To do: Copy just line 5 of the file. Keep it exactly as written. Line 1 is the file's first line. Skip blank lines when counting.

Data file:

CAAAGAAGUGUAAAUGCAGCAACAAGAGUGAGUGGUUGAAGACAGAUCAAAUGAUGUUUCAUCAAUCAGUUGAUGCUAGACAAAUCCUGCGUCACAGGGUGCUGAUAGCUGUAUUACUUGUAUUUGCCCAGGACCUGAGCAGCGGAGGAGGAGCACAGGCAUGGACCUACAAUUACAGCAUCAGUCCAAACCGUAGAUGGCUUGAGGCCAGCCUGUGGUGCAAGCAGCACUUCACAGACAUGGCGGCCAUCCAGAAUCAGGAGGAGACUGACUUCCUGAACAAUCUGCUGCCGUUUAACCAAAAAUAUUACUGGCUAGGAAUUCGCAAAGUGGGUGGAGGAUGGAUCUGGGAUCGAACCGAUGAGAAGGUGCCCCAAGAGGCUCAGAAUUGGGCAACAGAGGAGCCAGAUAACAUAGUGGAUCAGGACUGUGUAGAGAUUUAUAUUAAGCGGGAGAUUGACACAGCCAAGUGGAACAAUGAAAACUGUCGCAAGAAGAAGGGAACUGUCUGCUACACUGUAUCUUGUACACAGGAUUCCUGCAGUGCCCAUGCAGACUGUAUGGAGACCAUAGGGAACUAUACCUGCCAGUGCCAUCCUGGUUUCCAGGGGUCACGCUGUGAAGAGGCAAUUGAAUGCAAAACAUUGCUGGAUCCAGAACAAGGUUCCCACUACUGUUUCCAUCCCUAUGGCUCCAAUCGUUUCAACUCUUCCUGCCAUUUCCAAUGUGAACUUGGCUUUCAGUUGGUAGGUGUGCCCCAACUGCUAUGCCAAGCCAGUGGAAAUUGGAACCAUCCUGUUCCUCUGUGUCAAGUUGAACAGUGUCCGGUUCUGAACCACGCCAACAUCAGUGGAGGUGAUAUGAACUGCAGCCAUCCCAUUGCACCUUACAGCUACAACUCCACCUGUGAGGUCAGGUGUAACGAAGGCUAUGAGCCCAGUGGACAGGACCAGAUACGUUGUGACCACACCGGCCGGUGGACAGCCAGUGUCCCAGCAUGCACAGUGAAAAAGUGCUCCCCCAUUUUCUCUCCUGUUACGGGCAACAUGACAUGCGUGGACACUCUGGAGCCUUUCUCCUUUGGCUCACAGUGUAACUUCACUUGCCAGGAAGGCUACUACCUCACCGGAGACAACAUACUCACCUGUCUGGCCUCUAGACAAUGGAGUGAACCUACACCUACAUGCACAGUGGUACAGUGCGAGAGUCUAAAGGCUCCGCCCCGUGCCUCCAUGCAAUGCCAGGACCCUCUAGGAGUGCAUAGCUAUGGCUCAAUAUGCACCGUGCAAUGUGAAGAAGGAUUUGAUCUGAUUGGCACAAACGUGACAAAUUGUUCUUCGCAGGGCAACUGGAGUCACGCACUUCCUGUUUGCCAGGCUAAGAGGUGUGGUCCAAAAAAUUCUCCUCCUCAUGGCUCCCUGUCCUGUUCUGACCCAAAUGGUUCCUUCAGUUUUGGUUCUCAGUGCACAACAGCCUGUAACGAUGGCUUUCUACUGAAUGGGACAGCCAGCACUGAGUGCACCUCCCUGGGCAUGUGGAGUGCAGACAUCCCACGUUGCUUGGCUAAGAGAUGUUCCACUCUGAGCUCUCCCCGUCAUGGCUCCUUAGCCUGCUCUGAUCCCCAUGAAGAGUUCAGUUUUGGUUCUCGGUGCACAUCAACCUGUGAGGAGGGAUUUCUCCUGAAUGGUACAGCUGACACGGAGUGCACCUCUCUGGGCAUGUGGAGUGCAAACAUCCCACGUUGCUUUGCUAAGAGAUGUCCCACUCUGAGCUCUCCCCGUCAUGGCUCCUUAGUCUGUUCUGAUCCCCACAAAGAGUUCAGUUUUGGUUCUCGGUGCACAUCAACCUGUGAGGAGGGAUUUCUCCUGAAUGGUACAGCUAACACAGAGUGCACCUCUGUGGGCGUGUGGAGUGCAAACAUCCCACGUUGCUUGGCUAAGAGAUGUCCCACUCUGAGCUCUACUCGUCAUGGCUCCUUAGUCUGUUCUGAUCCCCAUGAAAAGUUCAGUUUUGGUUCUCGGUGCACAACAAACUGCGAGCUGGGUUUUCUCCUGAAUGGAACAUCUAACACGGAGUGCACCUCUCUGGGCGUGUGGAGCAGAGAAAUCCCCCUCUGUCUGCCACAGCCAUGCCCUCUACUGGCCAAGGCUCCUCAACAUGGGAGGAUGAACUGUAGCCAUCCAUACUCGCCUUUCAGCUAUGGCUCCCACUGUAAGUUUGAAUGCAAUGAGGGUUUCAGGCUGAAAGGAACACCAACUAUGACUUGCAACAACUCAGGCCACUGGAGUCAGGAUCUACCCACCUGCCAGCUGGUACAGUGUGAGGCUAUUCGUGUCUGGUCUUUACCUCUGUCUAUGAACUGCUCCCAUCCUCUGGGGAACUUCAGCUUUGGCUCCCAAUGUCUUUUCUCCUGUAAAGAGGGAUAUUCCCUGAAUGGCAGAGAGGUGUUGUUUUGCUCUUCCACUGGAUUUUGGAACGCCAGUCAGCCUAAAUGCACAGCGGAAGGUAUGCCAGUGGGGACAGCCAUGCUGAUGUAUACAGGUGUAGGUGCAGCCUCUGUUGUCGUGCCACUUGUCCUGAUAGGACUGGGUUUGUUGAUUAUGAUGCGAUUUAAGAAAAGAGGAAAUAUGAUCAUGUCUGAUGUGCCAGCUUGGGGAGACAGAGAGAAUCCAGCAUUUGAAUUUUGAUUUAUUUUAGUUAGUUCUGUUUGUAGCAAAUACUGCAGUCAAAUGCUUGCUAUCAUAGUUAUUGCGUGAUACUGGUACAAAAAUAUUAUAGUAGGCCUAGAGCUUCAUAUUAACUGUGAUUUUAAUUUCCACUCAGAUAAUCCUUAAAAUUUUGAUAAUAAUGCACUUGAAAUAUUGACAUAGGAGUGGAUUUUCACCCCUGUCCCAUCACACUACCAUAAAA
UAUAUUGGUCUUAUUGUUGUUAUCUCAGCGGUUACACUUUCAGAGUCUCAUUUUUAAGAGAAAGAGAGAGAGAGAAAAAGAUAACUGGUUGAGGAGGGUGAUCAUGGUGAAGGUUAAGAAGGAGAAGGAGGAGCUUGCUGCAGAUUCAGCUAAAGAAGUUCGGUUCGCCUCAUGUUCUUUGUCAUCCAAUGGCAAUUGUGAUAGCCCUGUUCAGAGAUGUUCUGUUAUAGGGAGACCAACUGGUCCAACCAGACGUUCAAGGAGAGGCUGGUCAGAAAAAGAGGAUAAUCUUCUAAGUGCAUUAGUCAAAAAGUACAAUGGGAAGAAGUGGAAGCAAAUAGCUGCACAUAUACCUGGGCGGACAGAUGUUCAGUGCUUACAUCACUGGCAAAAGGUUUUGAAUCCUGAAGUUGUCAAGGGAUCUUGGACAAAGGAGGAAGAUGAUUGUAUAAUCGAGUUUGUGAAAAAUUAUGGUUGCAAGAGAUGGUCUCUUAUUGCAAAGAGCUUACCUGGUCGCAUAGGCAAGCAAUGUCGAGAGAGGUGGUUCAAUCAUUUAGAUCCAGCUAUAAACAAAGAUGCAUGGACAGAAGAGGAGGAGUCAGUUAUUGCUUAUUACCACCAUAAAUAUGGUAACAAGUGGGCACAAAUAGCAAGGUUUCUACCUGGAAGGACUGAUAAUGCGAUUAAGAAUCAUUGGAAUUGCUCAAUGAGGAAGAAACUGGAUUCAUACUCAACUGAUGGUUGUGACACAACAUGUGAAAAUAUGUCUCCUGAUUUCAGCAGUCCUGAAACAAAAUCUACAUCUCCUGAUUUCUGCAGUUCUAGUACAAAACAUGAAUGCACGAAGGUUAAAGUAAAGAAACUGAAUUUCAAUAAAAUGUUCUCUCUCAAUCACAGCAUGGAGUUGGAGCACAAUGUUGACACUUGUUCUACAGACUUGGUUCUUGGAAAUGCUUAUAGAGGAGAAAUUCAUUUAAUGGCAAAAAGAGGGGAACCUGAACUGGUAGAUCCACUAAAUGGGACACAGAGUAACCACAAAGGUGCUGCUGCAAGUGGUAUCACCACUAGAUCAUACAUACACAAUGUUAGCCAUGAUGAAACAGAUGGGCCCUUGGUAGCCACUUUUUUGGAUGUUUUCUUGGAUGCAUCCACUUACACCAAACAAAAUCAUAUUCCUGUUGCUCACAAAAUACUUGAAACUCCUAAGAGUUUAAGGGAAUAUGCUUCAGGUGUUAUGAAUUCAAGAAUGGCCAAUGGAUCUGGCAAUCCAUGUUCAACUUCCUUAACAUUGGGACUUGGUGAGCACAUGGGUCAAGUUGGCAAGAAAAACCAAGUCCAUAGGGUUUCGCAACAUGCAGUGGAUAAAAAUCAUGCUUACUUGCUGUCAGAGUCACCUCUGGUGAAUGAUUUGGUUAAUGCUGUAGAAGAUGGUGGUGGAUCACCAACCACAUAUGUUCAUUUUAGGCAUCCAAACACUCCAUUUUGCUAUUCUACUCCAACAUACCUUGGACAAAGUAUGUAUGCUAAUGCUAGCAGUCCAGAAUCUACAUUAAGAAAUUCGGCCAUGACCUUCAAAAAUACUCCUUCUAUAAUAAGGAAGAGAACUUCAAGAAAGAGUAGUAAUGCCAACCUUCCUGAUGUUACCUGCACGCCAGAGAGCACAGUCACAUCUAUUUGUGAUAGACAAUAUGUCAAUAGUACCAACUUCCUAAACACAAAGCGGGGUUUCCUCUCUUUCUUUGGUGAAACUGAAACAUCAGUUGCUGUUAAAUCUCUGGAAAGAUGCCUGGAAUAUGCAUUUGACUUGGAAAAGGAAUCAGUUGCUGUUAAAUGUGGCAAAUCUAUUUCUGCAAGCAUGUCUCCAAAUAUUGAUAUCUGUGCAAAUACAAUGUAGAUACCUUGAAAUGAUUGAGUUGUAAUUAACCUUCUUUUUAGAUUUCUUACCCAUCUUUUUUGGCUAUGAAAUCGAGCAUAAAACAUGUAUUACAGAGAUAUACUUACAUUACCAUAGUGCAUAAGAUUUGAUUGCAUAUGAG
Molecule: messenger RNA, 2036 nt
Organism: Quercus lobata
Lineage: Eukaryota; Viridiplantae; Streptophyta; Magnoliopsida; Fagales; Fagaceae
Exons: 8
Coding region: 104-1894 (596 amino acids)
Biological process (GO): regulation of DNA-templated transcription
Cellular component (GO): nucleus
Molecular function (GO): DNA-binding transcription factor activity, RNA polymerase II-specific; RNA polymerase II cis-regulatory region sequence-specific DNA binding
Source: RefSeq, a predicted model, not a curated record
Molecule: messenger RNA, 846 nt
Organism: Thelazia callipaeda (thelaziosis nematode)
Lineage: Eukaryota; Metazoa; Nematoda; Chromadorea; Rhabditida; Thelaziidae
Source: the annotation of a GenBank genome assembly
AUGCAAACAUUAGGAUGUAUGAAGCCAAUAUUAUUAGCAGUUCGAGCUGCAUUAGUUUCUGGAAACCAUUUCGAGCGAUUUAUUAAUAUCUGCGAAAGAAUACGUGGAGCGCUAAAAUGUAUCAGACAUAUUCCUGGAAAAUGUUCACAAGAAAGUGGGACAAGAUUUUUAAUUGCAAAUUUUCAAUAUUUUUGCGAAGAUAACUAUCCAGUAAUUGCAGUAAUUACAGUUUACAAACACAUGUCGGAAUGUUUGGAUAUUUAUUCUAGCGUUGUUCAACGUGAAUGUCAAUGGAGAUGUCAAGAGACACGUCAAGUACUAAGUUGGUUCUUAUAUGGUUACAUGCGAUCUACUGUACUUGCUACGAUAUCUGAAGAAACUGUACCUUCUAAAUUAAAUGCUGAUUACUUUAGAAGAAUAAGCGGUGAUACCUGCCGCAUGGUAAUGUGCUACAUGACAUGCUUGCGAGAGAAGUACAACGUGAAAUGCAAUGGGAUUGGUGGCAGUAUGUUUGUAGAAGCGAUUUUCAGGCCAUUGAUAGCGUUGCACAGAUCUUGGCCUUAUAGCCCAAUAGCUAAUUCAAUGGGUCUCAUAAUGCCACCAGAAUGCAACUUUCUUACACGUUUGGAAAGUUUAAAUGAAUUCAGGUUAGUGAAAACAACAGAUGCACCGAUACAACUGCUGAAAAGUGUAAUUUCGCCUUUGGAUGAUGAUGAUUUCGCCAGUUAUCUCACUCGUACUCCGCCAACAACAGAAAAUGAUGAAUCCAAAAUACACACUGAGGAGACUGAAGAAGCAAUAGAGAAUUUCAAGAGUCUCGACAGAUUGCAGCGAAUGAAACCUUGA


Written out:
Lineage: Eukaryota; Viridiplantae; Streptophyta; Magnoliopsida; Fagales; Fagaceae